Previous research, supporting the present results, indicated that fast eccentric phases increase the number of successful repetitions by using the stretch-shortening cycle (SSC) (3,5,9). Augmented concentric contraction is often attributed to the storage and reuse of elastic energy from the series elastic component of the musculo-tendinous system (3). This increase in the rate of concentric contraction is observed especially in the initial phase of the contraction, when peak power is produced (3). Hatfield et al. (5) also found that faster eccentric speeds of a self-selected pace produced greater repetitions as compared to a 10-second eccentric phase. Sakamoto and Sinclair (9) studied varying speeds and concluded that 1 second and maximal speed eccentric phases resulted in higher repetitions than eccentric speeds of 2.8 and 1.4 seconds.

In this study, tempos containing 3 seconds of interrepetition rest produced similar repetitions and PO as their continuous lifting counterparts; this opposes the originally stated hypothesis. A study using much greater rest (23–118 seconds) with reracking the weight between repetitions demonstrated the potential for interrepetition rest to increase PO (6). Using a 3-second rest interval without racking the weight in the present study could not duplicate the benefit of interrepetition rest. A 3-second rest is more practical, but this short pause was not found to improve performance. Either the interrepetition rest needs to be longer or holding the weights with arms extended canceled any potential benefit of the short rest.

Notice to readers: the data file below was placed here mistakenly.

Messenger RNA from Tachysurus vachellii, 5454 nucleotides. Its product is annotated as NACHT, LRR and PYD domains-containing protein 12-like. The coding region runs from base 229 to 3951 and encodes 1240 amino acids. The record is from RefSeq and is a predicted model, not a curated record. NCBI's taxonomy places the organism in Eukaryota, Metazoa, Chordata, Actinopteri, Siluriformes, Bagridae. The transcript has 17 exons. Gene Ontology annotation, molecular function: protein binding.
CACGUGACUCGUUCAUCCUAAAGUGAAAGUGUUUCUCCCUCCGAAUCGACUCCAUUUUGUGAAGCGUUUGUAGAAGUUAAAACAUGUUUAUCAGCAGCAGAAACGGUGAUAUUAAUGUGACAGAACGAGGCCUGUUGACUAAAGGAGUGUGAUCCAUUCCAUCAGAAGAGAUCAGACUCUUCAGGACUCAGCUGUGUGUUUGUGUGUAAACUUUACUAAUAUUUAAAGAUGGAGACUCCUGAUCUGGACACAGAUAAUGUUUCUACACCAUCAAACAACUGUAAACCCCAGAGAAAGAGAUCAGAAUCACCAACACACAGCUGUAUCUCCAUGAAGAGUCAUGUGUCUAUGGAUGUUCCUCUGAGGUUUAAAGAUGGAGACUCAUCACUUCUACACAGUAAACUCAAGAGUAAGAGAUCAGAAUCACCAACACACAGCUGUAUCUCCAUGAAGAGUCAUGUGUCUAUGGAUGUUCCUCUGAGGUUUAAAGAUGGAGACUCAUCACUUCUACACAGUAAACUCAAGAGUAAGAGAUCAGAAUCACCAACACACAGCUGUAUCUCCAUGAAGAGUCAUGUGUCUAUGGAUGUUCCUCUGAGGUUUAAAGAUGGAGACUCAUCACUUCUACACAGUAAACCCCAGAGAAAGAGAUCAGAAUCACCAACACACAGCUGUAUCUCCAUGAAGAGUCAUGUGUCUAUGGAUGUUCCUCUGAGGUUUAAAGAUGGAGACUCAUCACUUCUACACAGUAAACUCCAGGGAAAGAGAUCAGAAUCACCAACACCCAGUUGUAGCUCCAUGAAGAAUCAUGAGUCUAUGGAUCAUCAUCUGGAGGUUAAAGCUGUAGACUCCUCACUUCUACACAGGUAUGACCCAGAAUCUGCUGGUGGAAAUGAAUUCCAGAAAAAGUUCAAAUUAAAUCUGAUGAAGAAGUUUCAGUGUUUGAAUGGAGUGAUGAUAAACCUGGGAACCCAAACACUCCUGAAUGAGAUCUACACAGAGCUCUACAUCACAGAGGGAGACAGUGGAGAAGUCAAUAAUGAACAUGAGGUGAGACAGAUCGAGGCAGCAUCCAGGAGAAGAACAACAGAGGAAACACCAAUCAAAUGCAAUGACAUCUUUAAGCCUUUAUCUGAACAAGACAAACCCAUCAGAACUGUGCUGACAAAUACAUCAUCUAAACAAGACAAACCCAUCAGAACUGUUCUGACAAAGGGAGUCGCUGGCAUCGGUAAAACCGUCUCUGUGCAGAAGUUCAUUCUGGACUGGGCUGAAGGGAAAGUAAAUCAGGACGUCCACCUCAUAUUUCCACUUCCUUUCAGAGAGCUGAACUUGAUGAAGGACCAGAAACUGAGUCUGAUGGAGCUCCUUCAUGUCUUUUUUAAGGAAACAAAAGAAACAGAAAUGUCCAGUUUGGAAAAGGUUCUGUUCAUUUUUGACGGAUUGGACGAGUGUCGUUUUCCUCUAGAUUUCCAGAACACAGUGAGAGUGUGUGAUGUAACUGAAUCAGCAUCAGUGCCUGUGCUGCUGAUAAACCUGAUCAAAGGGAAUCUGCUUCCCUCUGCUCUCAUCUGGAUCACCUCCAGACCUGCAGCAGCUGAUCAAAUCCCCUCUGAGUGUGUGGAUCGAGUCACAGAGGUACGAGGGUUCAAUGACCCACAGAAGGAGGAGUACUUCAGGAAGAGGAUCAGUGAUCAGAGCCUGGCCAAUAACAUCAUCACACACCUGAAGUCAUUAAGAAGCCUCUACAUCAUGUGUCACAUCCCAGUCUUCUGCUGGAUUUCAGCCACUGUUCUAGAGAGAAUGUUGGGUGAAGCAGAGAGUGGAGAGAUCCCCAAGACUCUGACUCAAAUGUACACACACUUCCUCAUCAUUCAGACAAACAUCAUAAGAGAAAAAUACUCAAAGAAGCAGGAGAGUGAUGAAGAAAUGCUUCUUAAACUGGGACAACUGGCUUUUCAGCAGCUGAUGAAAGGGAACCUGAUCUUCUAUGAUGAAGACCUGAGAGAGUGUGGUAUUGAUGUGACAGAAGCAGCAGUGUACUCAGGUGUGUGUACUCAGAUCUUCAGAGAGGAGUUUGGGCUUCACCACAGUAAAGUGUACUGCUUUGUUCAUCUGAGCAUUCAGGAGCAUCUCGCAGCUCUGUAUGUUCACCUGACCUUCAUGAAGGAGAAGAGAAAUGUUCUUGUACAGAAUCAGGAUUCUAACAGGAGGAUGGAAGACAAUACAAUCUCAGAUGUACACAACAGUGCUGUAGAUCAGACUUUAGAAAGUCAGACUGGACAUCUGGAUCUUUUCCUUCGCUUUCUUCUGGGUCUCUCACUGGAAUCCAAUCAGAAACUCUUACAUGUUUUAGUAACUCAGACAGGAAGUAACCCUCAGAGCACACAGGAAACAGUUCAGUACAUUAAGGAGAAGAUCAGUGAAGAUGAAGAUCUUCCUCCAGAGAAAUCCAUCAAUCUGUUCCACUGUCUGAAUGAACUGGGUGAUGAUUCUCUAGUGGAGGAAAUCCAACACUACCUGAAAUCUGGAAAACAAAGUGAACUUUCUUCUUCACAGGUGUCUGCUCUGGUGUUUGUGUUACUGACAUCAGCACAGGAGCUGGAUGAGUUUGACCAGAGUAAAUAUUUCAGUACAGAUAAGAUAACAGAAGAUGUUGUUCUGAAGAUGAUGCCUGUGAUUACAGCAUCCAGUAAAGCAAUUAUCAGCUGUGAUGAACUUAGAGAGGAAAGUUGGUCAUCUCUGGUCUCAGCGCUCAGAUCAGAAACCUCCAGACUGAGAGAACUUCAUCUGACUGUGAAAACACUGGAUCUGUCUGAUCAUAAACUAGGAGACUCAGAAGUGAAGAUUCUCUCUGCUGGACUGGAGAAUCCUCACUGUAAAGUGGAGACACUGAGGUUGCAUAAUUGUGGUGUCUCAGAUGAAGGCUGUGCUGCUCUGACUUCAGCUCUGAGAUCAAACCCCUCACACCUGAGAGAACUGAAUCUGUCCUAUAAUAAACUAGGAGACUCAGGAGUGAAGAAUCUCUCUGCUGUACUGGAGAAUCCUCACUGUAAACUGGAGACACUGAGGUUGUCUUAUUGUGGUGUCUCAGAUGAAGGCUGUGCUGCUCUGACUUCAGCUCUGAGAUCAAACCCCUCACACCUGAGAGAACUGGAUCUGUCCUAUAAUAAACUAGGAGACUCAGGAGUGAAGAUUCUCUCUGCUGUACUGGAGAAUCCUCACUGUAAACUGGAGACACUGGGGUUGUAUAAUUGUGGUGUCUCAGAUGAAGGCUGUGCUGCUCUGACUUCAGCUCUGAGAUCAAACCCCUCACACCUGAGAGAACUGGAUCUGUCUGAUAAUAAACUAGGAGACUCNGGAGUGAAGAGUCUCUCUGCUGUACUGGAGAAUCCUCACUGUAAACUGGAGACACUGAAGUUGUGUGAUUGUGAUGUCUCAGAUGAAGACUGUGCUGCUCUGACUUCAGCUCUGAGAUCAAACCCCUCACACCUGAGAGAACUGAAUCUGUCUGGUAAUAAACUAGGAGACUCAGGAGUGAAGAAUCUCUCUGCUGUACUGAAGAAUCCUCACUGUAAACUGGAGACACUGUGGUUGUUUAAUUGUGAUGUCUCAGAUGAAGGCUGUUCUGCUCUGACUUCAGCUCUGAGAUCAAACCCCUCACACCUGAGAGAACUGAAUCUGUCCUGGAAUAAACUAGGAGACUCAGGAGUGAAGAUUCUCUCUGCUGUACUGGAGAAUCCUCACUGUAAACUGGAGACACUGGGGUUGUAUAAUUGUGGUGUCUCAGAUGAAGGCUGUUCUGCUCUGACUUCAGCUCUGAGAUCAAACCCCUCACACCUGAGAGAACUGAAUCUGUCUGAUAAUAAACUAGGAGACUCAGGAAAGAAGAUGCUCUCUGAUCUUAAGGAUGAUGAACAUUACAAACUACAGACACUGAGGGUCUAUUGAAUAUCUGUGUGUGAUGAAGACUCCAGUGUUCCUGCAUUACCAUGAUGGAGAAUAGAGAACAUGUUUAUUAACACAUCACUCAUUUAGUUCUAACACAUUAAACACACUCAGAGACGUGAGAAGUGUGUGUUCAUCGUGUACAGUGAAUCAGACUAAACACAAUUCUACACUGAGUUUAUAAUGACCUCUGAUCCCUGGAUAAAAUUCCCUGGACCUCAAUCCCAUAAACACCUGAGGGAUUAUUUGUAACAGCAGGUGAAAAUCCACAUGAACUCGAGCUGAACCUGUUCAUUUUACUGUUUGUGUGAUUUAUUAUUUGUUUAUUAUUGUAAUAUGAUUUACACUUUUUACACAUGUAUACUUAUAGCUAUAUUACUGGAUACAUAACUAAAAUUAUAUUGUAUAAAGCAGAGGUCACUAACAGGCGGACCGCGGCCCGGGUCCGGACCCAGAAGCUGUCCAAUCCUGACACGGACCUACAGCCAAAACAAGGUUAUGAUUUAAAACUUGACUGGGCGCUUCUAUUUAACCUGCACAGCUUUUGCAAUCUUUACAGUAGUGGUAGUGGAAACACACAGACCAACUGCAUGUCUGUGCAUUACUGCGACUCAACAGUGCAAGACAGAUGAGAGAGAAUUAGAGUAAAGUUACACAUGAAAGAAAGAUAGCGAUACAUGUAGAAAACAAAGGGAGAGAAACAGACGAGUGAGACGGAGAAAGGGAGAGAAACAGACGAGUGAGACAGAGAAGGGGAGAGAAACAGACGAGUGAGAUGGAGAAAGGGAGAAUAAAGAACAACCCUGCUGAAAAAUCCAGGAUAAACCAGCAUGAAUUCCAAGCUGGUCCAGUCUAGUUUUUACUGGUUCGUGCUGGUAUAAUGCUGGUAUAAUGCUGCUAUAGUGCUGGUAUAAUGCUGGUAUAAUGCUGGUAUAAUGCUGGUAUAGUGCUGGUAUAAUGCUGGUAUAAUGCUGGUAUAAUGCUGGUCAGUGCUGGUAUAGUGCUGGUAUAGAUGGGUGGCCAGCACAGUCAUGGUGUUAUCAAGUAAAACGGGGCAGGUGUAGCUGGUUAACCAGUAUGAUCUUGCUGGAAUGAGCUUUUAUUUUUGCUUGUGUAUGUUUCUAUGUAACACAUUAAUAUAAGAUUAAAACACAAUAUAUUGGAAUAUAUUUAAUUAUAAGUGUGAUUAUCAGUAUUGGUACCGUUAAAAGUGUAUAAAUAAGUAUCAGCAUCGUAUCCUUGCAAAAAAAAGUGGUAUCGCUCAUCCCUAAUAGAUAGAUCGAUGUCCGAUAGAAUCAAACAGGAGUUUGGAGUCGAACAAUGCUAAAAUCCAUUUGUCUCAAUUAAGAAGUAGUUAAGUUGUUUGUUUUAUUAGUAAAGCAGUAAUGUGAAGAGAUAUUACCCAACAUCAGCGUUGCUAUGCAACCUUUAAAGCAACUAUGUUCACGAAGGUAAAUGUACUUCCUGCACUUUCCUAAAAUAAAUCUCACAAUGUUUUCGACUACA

Repetition tempos with longer eccentric phases (i.e., tempos E and F) yielded lower PO than trials with shorter eccentric phases. This may be because of a fatiguing effect of greater eccentric time under tension (TUT), which refers to the total time a muscle performs work (5). Greater eccentric TUT (i.e., tempos E and F) may cause fatigue and thereby lessen repetition number compared to a set with lesser eccentric TUT (i.e., tempos A and C). Eccentric TUT may be important to positive long-term resistance training adaptations such as strength (8,11,12), power (7), and muscle fiber cross-sectional area (4,10,11). However, this study did not examine chronic training effects; therefore, the most effective training repetition tempo for enhancing resistance exercise adaptation is still unknown. Training with eccentric contractions preceding concentric contractions uses the SSC and increases PO as well (3), possibly leading to chronic performance gains. The impact of varying repetition tempo on PO, peak eccentric power, and eccentric TUT, and subsequently muscular adaptation is worthy of future study.